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Please use this identifier to cite or link to this item: http://hdl.handle.net/1812/782

Title: Management training methods: Relative effectiveness and frequency
Authors: Sinniah, Veeriah
Keywords: Management training
Relative effectiveness
frequency of use
Issue Date: Jun-2008
Publisher: University of Malaya
Abstract: This study comparatively examined the relative effectiveness and frequency of use of modern and conventional training methods in Malaysian context. Indeed, researchers have set out to study and compare the effectiveness of various training methods. While literature from many of these studies commonly suggests there is no significant difference, others maintain that significant differences do exist because removing instructor feedback and human interaction, characteristics of conventional instructor-led training methods and classroom setting, deprives trainees of a critical dimension that is necessary for meaningful learning. Thus the debate is clearly not settled. The application of technology in both its “hard” (for example through computing technology) and “soft” (for example through instructional design) forms has enhanced the range of training methods available to practitioners. Today, much rhetoric has surrounded the use of techniques such as distance learning and computer-based training methods. Therefore, this study aimed to investigate the perceptions of employees to modern training methods as compared to conventional training methods. This study also explores any significant difference in terms of size of organizations. A questionnaire survey of 200 employees in organizations of all sizes and from a range of sectors was conducted. The data suggested that there is no significant difference with respect to frequency of use, but there is a significant difference in terms of effectiveness. The result shows that at-job training methods are widely used and is also perceived as being the most effective method, whereas distance learning is not widely used as it is perceived as less effective. An analysis in terms of firm’s size revealed more similarities than differences between larger and smaller firms.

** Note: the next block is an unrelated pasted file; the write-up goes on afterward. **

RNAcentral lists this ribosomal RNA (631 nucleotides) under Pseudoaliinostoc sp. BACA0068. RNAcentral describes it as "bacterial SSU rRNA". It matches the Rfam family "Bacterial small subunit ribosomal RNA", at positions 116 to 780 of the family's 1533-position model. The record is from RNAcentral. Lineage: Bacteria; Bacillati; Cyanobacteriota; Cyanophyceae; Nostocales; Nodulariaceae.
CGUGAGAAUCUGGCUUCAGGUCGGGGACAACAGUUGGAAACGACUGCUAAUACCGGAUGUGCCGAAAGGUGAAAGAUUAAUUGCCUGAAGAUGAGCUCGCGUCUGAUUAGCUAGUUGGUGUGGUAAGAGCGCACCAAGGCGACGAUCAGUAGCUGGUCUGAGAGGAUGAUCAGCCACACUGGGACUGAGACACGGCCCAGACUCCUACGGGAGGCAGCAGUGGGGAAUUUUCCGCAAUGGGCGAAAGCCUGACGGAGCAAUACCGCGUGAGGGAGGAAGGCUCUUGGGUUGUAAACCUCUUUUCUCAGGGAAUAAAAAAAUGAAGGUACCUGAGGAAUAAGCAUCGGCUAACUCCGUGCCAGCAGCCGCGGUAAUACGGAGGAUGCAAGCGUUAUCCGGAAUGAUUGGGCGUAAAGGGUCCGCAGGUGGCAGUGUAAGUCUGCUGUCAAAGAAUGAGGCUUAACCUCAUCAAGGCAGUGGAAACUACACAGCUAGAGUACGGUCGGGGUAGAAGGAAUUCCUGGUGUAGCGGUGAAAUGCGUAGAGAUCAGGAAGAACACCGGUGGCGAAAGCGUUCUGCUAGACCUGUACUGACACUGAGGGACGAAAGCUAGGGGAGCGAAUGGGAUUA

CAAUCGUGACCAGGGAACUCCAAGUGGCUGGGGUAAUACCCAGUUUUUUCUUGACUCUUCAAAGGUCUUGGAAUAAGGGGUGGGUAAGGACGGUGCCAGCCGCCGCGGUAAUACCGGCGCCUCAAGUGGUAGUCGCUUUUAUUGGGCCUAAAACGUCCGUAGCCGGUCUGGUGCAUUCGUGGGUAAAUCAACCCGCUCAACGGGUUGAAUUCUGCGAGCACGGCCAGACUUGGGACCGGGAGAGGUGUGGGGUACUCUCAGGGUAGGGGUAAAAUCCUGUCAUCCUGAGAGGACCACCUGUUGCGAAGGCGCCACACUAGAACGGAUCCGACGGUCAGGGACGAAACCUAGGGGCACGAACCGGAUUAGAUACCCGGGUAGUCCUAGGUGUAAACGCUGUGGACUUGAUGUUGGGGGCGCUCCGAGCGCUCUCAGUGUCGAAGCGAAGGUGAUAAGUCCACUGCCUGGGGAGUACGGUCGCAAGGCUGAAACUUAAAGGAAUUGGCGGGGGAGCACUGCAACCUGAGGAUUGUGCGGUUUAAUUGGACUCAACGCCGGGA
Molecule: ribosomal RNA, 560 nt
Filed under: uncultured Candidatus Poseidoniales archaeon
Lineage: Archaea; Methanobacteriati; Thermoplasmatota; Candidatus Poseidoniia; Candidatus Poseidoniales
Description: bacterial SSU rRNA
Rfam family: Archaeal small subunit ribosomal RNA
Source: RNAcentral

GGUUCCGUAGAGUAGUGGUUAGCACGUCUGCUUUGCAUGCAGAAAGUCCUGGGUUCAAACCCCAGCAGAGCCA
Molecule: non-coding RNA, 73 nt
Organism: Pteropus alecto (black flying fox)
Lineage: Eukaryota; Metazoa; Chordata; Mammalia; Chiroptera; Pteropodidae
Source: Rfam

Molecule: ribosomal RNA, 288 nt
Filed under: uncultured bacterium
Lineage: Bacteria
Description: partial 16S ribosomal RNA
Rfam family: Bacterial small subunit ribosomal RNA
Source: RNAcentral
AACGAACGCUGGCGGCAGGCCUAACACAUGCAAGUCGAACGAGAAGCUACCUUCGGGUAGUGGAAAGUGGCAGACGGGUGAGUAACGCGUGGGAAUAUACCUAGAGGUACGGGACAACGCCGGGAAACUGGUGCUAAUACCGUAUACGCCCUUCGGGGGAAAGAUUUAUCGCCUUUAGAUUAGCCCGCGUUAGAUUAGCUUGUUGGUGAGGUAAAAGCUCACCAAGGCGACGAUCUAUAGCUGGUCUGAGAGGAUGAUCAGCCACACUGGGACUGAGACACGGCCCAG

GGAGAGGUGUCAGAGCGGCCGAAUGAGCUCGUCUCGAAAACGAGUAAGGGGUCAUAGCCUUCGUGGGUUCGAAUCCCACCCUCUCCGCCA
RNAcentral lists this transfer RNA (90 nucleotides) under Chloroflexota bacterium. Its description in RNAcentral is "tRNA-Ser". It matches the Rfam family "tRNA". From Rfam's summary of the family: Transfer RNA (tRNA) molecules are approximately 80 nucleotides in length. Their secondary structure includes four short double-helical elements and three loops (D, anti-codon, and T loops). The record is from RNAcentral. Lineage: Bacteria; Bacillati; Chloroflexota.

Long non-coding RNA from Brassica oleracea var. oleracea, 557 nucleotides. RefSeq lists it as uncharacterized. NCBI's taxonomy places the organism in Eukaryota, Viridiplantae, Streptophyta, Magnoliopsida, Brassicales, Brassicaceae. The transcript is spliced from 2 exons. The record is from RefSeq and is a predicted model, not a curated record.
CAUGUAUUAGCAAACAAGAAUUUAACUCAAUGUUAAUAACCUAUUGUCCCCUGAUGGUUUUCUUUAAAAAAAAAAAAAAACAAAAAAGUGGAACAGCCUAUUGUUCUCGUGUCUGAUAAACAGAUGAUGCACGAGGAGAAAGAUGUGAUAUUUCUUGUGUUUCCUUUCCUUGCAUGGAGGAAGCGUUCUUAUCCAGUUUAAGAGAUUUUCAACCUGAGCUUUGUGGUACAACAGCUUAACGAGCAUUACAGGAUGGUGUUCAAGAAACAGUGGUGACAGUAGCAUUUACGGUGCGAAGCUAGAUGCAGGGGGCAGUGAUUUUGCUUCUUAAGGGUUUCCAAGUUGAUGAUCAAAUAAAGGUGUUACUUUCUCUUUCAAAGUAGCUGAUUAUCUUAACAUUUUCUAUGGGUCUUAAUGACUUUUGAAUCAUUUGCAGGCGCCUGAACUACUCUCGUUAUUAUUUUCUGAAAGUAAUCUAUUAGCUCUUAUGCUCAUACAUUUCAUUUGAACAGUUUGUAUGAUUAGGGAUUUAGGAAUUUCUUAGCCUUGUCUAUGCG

Description: Dissertation (MBA) Faculty of Business and Accountancy, University of Malaya, 2008.
URI: http://dspace.fsktm.um.edu.my/handle/1812/782
Appears in Collections:Masters Dissertations : MBA

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THESIS-FINAL.pdfFulltext Thesis1.39 MBAdobe PDFView/Open

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